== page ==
Strategically, it’s in North Korea’s best interest to keep the detente with South Korea going as long as possible. Doing so could give it some much-needed sanctions relief and provide it an opportunity to show the international community it can, when necessary, act rationally. More important, it forestalls U.S. military action, which is still theoretically in play if talks between Trump and Kim fall through.

Outside powers may never trust the Kim regime, and they may have strategic reasons to try to keep the North weak. But going to war in the North would be extraordinarily costly. The path of least resistance would be simply to decide that North Korea is another China or Pakistan – problematic but rational nuclear powers everyone has decided just to live with. This path becomes all the more attractive if North Korea convinces others that it is on the path toward reform and, perhaps, peaceful reunification with the South.

All this lends credence to reports of Kim’s interest in finally leading his country out of extreme isolation. Any integration process will be glacially slow; these things are slow by nature, but Kim would need to protract them as long as possible to manage political risk, which, as history shows, may prove unmanageable. But, given their shared interest in taking the air out of the nuclear standoff while preventing an abrupt regime collapse in the North, glacial integration may be what Pyongyang, Seoul and Beijing all have in mind.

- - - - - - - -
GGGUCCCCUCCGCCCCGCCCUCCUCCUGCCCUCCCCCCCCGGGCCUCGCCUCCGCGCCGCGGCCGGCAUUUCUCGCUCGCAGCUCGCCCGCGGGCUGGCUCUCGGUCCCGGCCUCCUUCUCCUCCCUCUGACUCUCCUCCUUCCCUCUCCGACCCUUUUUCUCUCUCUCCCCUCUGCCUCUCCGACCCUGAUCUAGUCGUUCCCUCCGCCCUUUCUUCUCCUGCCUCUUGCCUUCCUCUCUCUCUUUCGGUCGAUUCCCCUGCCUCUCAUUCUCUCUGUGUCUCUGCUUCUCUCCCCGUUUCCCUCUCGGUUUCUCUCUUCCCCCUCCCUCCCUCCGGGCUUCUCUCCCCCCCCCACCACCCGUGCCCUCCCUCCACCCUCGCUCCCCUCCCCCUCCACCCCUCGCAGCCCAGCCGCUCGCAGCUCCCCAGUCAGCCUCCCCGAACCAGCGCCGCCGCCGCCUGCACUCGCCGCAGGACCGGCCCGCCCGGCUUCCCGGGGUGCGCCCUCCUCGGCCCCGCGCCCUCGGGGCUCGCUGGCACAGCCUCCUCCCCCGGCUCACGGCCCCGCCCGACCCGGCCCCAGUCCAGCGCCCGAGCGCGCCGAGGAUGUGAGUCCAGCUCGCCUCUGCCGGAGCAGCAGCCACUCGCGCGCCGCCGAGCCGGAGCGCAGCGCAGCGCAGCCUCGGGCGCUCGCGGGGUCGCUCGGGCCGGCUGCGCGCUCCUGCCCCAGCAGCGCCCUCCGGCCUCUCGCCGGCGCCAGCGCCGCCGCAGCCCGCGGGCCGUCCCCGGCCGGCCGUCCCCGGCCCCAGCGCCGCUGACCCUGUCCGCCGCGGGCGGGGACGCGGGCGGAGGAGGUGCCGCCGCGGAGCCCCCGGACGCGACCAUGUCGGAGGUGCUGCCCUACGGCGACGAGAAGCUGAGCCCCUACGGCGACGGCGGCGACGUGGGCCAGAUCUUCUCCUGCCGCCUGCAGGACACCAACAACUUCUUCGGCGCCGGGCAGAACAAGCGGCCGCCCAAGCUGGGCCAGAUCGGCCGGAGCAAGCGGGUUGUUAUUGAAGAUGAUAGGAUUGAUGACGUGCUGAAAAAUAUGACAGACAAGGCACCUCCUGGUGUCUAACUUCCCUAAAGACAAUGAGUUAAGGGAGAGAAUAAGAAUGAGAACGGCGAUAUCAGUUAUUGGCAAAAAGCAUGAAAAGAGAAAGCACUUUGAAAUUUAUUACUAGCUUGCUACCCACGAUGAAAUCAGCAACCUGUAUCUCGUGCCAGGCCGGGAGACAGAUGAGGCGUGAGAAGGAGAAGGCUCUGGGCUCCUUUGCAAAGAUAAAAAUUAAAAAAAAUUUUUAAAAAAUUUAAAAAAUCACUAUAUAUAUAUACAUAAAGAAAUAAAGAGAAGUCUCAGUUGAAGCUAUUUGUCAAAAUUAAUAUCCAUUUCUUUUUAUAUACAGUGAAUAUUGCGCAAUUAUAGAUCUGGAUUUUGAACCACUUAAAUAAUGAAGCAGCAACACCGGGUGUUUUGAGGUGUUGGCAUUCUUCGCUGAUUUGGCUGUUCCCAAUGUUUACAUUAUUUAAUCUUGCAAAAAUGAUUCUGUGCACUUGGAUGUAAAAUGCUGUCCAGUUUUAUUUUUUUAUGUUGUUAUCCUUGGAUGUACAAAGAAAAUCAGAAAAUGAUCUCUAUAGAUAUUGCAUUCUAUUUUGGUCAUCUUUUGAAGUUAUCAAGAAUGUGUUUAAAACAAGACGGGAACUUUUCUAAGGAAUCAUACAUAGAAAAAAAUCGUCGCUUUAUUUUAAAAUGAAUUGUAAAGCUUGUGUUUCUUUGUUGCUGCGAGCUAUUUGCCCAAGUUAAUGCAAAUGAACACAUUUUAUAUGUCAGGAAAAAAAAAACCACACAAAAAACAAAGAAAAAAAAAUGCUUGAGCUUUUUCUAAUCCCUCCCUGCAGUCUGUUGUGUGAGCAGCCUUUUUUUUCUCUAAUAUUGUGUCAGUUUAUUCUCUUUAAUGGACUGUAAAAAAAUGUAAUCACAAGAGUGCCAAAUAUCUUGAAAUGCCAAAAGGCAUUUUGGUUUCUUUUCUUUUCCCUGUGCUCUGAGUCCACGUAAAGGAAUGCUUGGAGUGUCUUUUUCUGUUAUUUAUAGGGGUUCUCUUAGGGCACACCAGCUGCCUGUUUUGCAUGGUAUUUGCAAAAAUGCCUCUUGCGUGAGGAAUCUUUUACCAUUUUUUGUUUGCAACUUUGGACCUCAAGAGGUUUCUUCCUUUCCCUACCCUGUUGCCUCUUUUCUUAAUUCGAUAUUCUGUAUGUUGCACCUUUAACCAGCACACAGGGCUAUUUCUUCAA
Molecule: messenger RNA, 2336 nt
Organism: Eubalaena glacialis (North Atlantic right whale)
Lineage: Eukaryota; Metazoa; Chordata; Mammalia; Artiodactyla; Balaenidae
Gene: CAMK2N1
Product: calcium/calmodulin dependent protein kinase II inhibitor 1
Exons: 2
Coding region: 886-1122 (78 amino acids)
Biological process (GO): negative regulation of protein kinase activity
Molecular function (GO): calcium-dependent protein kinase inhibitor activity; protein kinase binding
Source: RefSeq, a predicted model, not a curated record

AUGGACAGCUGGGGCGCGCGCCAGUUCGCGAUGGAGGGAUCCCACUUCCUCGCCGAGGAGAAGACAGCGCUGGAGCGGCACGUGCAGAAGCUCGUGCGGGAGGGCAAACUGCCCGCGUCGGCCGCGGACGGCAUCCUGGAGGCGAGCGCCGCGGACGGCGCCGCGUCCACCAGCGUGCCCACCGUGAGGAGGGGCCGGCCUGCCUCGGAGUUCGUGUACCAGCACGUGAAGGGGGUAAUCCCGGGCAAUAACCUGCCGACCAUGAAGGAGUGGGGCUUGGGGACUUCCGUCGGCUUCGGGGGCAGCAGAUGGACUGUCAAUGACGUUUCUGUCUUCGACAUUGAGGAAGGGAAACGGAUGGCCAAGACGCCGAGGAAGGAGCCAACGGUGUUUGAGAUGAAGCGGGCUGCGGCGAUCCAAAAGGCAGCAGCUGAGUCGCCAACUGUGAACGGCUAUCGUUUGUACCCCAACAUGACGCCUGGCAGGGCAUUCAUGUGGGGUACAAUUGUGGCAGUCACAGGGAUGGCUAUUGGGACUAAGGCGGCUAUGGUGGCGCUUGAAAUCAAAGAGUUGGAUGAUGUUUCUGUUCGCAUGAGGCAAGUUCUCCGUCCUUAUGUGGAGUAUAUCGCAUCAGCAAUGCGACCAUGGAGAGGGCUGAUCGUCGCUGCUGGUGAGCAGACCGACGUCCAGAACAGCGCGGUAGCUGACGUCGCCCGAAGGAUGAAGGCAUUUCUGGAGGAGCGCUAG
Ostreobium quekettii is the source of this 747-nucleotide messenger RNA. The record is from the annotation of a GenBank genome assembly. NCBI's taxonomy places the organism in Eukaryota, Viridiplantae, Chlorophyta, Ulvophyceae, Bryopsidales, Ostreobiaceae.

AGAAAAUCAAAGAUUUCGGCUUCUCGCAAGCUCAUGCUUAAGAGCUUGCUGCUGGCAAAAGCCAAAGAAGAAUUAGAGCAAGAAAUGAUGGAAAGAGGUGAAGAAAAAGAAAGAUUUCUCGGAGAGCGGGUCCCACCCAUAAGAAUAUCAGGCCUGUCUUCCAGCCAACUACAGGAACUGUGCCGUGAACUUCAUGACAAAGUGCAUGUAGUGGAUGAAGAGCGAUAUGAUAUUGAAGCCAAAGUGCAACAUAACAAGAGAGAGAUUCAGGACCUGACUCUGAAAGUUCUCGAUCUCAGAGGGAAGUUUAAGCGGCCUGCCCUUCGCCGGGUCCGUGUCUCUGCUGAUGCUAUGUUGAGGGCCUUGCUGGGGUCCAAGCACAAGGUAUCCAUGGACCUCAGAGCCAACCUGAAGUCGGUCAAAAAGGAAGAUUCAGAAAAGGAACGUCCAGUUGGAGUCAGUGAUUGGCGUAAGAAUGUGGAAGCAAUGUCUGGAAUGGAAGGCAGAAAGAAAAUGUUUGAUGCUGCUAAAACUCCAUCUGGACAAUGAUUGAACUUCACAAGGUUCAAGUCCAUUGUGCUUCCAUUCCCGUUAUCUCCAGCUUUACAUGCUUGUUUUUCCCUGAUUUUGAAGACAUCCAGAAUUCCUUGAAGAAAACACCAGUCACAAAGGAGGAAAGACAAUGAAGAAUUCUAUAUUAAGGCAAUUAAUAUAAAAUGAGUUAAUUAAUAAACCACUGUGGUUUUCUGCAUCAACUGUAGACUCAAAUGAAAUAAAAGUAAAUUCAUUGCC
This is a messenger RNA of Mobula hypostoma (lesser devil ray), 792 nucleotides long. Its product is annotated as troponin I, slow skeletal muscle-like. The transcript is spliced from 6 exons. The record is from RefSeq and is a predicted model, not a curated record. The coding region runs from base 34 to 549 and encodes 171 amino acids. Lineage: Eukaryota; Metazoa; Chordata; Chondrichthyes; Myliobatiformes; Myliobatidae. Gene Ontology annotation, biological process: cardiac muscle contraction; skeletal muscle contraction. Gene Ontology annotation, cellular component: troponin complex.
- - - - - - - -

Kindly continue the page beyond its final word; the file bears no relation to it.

Phillip Orchard
Phillip Orchard is an analyst at Geopolitical Futures. Prior to joining the company, Mr. Orchard spent nearly six years at Stratfor, working as an editor and writing about East Asian geopolitics. He’s spent more than six years abroad, primarily in Southeast Asia and Latin America, where he’s had formative, immersive experiences with the problems arising from mass political upheaval, civil conflict and human migration. Mr. Orchard holds a master’s degree in Security, Law and Diplomacy from the Lyndon B. Johnson School of Public Affairs, where he focused on energy and national security, Chinese foreign policy, intelligence analysis, and institutional pathologies. He also earned a bachelor’s degree in journalism from the University of Texas. He speaks Spanish and some Thai and Lao.